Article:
Hydrological modelling using ensemble satellite rainfall estimates in a sparsely gauged river basin: The need for whole-ensemble calibration
Chris Skinner, Tim Bellerby, Helen Greatrex, and David Grimes.
Published in Journal of Hydrology, Volume 522, March 2015, 110-122
Read here (paywall) or free, non-formatted version here
This research highlighted some of the issues with using information from satellites to estimate how much rain has fallen over an area. Many satellite rainfall estimation methods cannot directly observe the rainfall itself, instead inferring the amount from other information, in this case the temperature of clouds – clouds cool whilst raining so if they are below a certain temperature it is likely they are raining. This method was pioneered by University of Reading’s TAMSAT team.
The relationship between cloud temperature and rainfall is not perfect and changes with distance and time, causing the rainfall estimates to be wrong in places. As we increase the detail we want to use the chances of it being wrong increase so to overcome this we can use lots and lots of repeat estimates – each using different relationships between cloud temperature and rain in different places and at different times – to create a set of results, each unique but with an equal likelihood of being correct.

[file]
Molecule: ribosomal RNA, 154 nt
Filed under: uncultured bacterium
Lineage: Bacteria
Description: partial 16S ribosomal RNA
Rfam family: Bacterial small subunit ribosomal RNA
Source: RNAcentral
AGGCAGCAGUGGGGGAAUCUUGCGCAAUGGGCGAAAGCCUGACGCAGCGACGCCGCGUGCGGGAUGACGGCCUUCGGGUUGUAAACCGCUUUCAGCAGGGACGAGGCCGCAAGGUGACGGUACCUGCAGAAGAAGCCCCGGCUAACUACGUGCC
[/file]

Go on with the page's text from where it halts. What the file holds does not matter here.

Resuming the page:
This set of estimates can be used to run different types of models – for example, to run crop yield models to help us predict how well crops will have grown. For this research they were used to run a hydrological model to predict how much water will have flowed through a river basin. These models rely on us tuning values in them so that the outputs closely match observed values, a process called calibration, but when you have a set of different rainfall estimates for the same period which do you use to perform the calibration? The method that produced the best results was to use all of them together.
Why does it matter?